[Strawbale] Air tightness and earth plastering

paul paul psheraton at hotmail...
Fri Apr 22 02:26:10 CEST 2011

Turning to wikipedia:

Stucco or render     http://en.wikipedia.org/wiki/Stucco

"Stucco or render is a material made of an aggregate, a binder, and water.
The difference in nomenclature between stucco, plaster, and mortar is based 
more on use than composition. Until the later part of the nineteenth 
century, it was common that plaster, which was used inside a building, and 
stucco, which was used outside, would consist of the same primary materials: 
lime and sand (which are also used in mortar). Animal or plant fibers were 
often added for additional strength. In the later part of the nineteenth 
century, Portland cement was added with increasing frequency in an attempt 
to improve its durability. At the same time, traditional lime plasters were 
being replaced by gypsum plaster."

cement render           http://en.wikipedia.org/wiki/Cement_render

"Cement rendering is the application of a thin premixed surface of sand, 
cement and lime plaster to brick, cement, stone or mud brick. It is often 
textured, coloured or painted after application. It is generally used on 
exterior walls but can be used to feature an interior wall."


-----Original Message----- 
From: Derek Roff
Sent: Friday, April 22, 2011 2:13 AM
To: European strawbale building discussions
Subject: Re: [Strawbale] Air tightness and earth plastering

I haven't seen any tests of the air-tightness of very thin or
unfinished earthen plaster/render*.  Nor am I worried about it.
Testing any component of a building in an improper or unfinished
state is likely to show poor results.  On the other hand, I have seen
enough tests of plastered strawbale houses to have complete
confidence in the air barrier capabilities of earthen and other

Lots of strawbale buildings do poorly in blower door tests, and the
problem is not air leaking through the plaster, but through cracks
between the plaster and other elements of the building.  Tiny cracks
at the top and bottom of the walls, at doors and windows, and in the
other places Andrew lists below all add up to lots of air leakage,
relative to the standards that we are aiming for.

Most plaster of whatever material forms cracks as the layer cures.  A
single layer is likely to have a lot of small cracks, cracks which
are perhaps hard to see, but which will allow more air movement than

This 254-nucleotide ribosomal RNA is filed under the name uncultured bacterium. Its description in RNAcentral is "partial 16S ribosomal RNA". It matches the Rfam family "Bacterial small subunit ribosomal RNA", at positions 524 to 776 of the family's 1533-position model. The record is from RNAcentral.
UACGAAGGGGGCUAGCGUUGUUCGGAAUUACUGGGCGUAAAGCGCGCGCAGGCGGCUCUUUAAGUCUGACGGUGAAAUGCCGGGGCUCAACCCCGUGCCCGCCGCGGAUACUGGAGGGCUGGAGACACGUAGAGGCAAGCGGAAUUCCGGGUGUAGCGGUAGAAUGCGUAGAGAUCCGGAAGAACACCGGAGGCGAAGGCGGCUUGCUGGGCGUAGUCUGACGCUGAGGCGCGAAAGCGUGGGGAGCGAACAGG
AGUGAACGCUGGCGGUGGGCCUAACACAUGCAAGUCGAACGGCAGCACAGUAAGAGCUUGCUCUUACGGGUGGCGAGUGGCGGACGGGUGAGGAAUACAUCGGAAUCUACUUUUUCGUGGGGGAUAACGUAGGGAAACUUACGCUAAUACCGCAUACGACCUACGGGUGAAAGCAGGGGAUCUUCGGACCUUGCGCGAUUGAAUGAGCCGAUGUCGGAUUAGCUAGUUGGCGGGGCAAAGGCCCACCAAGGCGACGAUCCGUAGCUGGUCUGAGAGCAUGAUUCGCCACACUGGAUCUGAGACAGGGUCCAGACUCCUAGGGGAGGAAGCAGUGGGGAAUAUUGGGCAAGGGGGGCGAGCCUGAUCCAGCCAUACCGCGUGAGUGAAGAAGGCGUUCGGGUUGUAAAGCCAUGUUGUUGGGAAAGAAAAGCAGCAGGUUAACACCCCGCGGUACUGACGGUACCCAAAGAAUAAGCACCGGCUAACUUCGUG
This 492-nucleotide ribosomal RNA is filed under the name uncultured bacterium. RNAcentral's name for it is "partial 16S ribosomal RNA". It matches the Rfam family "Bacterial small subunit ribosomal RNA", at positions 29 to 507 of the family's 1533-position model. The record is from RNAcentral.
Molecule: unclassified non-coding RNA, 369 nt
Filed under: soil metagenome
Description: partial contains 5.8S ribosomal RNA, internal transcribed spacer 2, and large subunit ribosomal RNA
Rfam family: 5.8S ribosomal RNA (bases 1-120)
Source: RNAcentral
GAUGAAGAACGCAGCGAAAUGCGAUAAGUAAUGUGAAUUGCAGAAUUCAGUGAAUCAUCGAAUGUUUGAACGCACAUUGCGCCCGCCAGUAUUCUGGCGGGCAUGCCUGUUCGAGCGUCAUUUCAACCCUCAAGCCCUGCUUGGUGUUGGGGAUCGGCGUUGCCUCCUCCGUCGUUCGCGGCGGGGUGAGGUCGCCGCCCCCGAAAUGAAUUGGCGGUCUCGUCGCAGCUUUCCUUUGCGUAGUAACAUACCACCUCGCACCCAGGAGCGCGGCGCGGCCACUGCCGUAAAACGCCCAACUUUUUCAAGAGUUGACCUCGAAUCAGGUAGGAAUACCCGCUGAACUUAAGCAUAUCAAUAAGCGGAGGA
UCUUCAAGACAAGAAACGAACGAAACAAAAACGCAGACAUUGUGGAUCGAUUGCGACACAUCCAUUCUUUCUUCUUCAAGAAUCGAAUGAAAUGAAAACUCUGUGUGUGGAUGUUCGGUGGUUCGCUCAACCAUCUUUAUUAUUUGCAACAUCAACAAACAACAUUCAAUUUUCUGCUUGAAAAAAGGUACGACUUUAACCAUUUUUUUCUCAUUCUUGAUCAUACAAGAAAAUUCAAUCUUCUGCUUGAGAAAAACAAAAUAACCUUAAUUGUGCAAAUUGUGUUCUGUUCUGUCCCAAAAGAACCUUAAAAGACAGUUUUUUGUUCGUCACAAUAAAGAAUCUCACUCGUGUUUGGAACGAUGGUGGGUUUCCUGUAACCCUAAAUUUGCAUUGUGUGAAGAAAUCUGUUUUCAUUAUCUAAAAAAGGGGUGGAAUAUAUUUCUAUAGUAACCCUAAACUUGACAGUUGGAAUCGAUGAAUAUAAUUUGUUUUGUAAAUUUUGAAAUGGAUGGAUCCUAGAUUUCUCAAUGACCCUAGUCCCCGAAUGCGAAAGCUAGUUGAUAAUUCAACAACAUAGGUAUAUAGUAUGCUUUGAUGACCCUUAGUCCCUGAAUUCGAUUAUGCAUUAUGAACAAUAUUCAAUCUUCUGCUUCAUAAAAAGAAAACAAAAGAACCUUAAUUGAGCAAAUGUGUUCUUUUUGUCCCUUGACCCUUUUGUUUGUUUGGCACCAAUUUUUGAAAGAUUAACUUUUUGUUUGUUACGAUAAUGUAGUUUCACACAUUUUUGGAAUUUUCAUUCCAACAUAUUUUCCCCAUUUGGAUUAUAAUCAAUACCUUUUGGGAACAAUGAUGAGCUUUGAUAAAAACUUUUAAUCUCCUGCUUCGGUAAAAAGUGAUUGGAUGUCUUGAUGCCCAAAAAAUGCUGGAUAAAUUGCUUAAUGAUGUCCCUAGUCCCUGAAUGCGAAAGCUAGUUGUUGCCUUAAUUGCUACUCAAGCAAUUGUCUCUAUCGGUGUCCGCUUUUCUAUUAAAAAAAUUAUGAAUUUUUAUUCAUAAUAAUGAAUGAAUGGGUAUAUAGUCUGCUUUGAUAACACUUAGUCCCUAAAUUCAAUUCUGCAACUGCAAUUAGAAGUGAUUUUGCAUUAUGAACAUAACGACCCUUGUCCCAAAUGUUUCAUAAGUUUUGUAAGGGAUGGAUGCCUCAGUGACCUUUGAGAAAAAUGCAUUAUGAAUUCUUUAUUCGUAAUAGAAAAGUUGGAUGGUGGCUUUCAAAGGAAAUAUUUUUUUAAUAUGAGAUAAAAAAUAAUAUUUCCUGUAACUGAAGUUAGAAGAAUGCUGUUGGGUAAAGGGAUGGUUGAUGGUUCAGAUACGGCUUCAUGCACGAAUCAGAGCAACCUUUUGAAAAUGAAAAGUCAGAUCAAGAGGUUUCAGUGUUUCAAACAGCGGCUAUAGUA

the much larger area of plaster between the cracks.  In other words,
it is not the plaster that is leaking air, it is the cracks in the
plaster.  One reason for plastering in three layers is to avoid
having cracks that extend through the full thickness of the


*In my reading and experience, the use of terms like "plaster",
"render", and even "stucco" vary widely between regions and
individuals.  I haven't seen the consistency that Paul indicated.

Derek Roff
Language Learning Center
Ortega Hall 129, MSC03-2100
University of New Mexico
Albuquerque, NM 87131-0001
505/277-7368, fax 505/277-3885
Internet: derek at unm...

--On Wednesday, April 20, 2011 2:25 PM -0700 Andrew Morrison
<Andrew at StrawBale...> wrote:

Hi Sebastien. One thing for certain is that without a thick layer of
render, preferably three coats, the blower door test is not likely to
be successful. There is too much ability for air to move through the
wall until the tender is complete and the tightness details at the
floor/wall and wall/ceiling intersections has been installed. In
addition, you'll want to make sure that your wall penetrations
(plugs, plumbing lines if any, and other such areas) are well sealed.
That's all for now as I'm writing on my phone's tiny screen.




Sent from my iPhone. Sorry about any typos or "auto words" that might
be wrong.

On Apr 20, 2011, at 1:52 PM, Sebastien Hubert
<sebastien.hubert at mc2000...> wrote:

> Hello everybody,
> Till yesterday I was pretty confident that it was possible to make
a good air tightness using earth plastering.  Yesterday an other
professional  called me regarding air tightness.  His neighbor and
him did a blowerdoor test to verify the airtightness of their 2
passive houses (should be passive).  The result was not good.  The
n50 leakage rate is supposed to be smaller than 0.6. The building
must not leak more air than 0.6 times the house volume per hour (n50
? 0.6 / hour) at 50Pa (N/m?) as tested by a blower door.
> He obtained n50 = 1.2 and it was 0.95 for the second one.  They
worked 2 days trying to find what could be the problem and didn't
find any major leakage.  There was 1 point that could be a problem.
A basement wall that is part of the living space get only 1 layer of
earth plastering but no render.  The thickness is more or less 1.5cm.
They decided to glue a airtightness sheet (1 square meter) on this
wall.  They blew the air outside of the building.  Then they saw the
sheet (that has been glued) inflating meaning that the earth
plastering was not airtight.
> Of course, I have to say that it would be better to put the render
on this wall.  Airtightness should be probably better.
> I'm building a straw bale (this is our house) and we really want a
good airtightness.  For the wall, the earth plastering is supposed to
do the airtightness.  We are going to make a blower door test before
finishing the details.  This means the renders are not ready yet
because we will put the last earth layer on the wall and ceiling
at the same moment.  This will be done after the blowerdoor test.
This means that the blower door test will perhaps not be successful.
> What do you think about it ?
> Does anybody already make a blowerdoor test with earth plastering
airtightness ?
> I would really appreciate a feedback.
> Many thanks
> Cheers
> Sebastien

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